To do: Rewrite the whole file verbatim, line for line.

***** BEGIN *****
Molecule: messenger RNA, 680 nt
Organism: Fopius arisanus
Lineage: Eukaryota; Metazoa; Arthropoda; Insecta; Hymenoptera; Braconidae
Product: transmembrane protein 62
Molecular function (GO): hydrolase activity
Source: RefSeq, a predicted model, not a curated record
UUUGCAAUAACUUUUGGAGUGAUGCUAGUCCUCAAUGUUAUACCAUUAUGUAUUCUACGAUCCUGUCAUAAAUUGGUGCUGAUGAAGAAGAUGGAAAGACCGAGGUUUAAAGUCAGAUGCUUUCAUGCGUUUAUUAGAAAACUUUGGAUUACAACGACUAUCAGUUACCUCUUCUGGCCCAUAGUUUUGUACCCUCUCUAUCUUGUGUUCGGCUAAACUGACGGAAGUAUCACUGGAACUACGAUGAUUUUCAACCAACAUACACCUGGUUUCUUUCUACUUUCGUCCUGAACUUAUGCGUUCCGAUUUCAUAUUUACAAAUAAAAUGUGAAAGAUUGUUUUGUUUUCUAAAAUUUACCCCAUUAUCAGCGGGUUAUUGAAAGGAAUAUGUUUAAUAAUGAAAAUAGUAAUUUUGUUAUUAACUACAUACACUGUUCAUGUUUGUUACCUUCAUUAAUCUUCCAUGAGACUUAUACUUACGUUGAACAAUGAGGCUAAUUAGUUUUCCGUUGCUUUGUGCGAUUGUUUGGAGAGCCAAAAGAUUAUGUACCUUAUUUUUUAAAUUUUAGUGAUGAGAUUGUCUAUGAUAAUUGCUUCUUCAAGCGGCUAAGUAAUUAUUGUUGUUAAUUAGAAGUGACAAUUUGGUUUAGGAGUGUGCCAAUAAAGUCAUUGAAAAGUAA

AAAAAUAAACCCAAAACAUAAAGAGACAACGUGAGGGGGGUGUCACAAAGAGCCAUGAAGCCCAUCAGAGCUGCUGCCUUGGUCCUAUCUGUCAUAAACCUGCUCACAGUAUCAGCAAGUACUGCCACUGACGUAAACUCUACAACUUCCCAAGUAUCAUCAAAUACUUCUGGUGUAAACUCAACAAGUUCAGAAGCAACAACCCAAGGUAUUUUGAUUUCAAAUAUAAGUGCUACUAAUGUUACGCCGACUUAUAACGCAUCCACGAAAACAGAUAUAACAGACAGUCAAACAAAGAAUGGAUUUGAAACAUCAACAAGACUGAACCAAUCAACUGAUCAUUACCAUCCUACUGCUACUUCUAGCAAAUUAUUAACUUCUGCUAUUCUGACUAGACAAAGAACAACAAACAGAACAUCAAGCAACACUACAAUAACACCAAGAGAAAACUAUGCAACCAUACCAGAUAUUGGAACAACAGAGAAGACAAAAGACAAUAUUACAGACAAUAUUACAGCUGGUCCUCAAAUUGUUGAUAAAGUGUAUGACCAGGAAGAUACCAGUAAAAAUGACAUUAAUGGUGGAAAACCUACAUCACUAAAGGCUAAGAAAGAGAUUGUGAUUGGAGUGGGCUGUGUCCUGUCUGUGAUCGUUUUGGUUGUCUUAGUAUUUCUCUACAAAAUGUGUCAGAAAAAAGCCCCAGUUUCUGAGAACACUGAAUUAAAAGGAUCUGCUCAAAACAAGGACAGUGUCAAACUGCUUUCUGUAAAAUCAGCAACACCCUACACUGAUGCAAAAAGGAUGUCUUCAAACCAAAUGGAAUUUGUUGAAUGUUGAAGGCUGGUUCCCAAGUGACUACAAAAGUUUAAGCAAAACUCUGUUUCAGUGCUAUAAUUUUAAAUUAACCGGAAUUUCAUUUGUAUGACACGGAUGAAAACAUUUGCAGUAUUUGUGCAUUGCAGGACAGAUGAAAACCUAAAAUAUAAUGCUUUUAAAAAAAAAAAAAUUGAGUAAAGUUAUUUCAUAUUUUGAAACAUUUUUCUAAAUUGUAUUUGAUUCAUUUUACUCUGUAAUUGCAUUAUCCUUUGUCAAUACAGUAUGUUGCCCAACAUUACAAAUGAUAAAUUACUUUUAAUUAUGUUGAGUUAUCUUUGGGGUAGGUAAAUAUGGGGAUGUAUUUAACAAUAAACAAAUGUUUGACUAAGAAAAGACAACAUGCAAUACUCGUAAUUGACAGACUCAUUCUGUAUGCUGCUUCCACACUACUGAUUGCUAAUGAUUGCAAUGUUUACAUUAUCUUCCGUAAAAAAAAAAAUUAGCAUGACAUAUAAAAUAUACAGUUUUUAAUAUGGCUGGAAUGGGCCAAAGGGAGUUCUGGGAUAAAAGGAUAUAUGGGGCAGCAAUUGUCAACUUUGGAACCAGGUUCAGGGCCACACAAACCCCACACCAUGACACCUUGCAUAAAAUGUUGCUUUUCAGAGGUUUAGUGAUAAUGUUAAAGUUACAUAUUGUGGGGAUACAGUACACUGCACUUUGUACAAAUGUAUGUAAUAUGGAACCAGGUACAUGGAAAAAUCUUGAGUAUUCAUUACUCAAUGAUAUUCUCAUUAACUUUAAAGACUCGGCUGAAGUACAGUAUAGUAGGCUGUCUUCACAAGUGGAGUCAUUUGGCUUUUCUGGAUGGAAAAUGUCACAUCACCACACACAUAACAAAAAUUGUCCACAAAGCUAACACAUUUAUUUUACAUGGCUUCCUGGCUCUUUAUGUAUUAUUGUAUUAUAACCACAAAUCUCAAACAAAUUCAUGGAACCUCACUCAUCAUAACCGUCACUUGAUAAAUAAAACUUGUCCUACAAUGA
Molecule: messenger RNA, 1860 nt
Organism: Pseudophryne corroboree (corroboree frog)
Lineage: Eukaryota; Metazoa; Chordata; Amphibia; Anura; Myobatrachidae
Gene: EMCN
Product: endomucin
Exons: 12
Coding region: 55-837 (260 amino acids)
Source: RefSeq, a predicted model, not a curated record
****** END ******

Molecule: messenger RNA, 680 nt
Organism: Fopius arisanus
Lineage: Eukaryota; Metazoa; Arthropoda; Insecta; Hymenoptera; Braconidae
Product: transmembrane protein 62
Molecular function (GO): hydrolase activity
Source: RefSeq, a predicted model, not a curated record
UUUGCAAUAACUUUUGGAGUGAUGCUAGUCCUCAAUGUUAUACCAUUAUGUAUUCUACGAUCCUGUCAUAAAUUGGUGCUGAUGAAGAAGAUGGAAAGACCGAGGUUUAAAGUCAGAUGCUUUCAUGCGUUUAUUAGAAAACUUUGGAUUACAACGACUAUCAGUUACCUCUUCUGGCCCAUAGUUUUGUACCCUCUCUAUCUUGUGUUCGGCUAAACUGACGGAAGUAUCACUGGAACUACGAUGAUUUUCAACCAACAUACACCUGGUUUCUUUCUACUUUCGUCCUGAACUUAUGCGUUCCGAUUUCAUAUUUACAAAUAAAAUGUGAAAGAUUGUUUUGUUUUCUAAAAUUUACCCCAUUAUCAGCGGGUUAUUGAAAGGAAUAUGUUUAAUAAUGAAAAUAGUAAUUUUGUUAUUAACUACAUACACUGUUCAUGUUUGUUACCUUCAUUAAUCUUCCAUGAGACUUAUACUUACGUUGAACAAUGAGGCUAAUUAGUUUUCCGUUGCUUUGUGCGAUUGUUUGGAGAGCCAAAAGAUUAUGUACCUUAUUUUUUAAAUUUUAGUGAUGAGAUUGUCUAUGAUAAUUGCUUCUUCAAGCGGCUAAGUAAUUAUUGUUGUUAAUUAGAAGUGACAAUUUGGUUUAGGAGUGUGCCAAUAAAGUCAUUGAAAAGUAA

AAAAAUAAACCCAAAACAUAAAGAGACAACGUGAGGGGGGUGUCACAAAGAGCCAUGAAGCCCAUCAGAGCUGCUGCCUUGGUCCUAUCUGUCAUAAACCUGCUCACAGUAUCAGCAAGUACUGCCACUGACGUAAACUCUACAACUUCCCAAGUAUCAUCAAAUACUUCUGGUGUAAACUCAACAAGUUCAGAAGCAACAACCCAAGGUAUUUUGAUUUCAAAUAUAAGUGCUACUAAUGUUACGCCGACUUAUAACGCAUCCACGAAAACAGAUAUAACAGACAGUCAAACAAAGAAUGGAUUUGAAACAUCAACAAGACUGAACCAAUCAACUGAUCAUUACCAUCCUACUGCUACUUCUAGCAAAUUAUUAACUUCUGCUAUUCUGACUAGACAAAGAACAACAAACAGAACAUCAAGCAACACUACAAUAACACCAAGAGAAAACUAUGCAACCAUACCAGAUAUUGGAACAACAGAGAAGACAAAAGACAAUAUUACAGACAAUAUUACAGCUGGUCCUCAAAUUGUUGAUAAAGUGUAUGACCAGGAAGAUACCAGUAAAAAUGACAUUAAUGGUGGAAAACCUACAUCACUAAAGGCUAAGAAAGAGAUUGUGAUUGGAGUGGGCUGUGUCCUGUCUGUGAUCGUUUUGGUUGUCUUAGUAUUUCUCUACAAAAUGUGUCAGAAAAAAGCCCCAGUUUCUGAGAACACUGAAUUAAAAGGAUCUGCUCAAAACAAGGACAGUGUCAAACUGCUUUCUGUAAAAUCAGCAACACCCUACACUGAUGCAAAAAGGAUGUCUUCAAACCAAAUGGAAUUUGUUGAAUGUUGAAGGCUGGUUCCCAAGUGACUACAAAAGUUUAAGCAAAACUCUGUUUCAGUGCUAUAAUUUUAAAUUAACCGGAAUUUCAUUUGUAUGACACGGAUGAAAACAUUUGCAGUAUUUGUGCAUUGCAGGACAGAUGAAAACCUAAAAUAUAAUGCUUUUAAAAAAAAAAAAAUUGAGUAAAGUUAUUUCAUAUUUUGAAACAUUUUUCUAAAUUGUAUUUGAUUCAUUUUACUCUGUAAUUGCAUUAUCCUUUGUCAAUACAGUAUGUUGCCCAACAUUACAAAUGAUAAAUUACUUUUAAUUAUGUUGAGUUAUCUUUGGGGUAGGUAAAUAUGGGGAUGUAUUUAACAAUAAACAAAUGUUUGACUAAGAAAAGACAACAUGCAAUACUCGUAAUUGACAGACUCAUUCUGUAUGCUGCUUCCACACUACUGAUUGCUAAUGAUUGCAAUGUUUACAUUAUCUUCCGUAAAAAAAAAAAUUAGCAUGACAUAUAAAAUAUACAGUUUUUAAUAUGGCUGGAAUGGGCCAAAGGGAGUUCUGGGAUAAAAGGAUAUAUGGGGCAGCAAUUGUCAACUUUGGAACCAGGUUCAGGGCCACACAAACCCCACACCAUGACACCUUGCAUAAAAUGUUGCUUUUCAGAGGUUUAGUGAUAAUGUUAAAGUUACAUAUUGUGGGGAUACAGUACACUGCACUUUGUACAAAUGUAUGUAAUAUGGAACCAGGUACAUGGAAAAAUCUUGAGUAUUCAUUACUCAAUGAUAUUCUCAUUAACUUUAAAGACUCGGCUGAAGUACAGUAUAGUAGGCUGUCUUCACAAGUGGAGUCAUUUGGCUUUUCUGGAUGGAAAAUGUCACAUCACCACACACAUAACAAAAAUUGUCCACAAAGCUAACACAUUUAUUUUACAUGGCUUCCUGGCUCUUUAUGUAUUAUUGUAUUAUAACCACAAAUCUCAAACAAAUUCAUGGAACCUCACUCAUCAUAACCGUCACUUGAUAAAUAAAACUUGUCCUACAAUGA
Molecule: messenger RNA, 1860 nt
Organism: Pseudophryne corroboree (corroboree frog)
Lineage: Eukaryota; Metazoa; Chordata; Amphibia; Anura; Myobatrachidae
Gene: EMCN
Product: endomucin
Exons: 12
Coding region: 55-837 (260 amino acids)
Source: RefSeq, a predicted model, not a curated record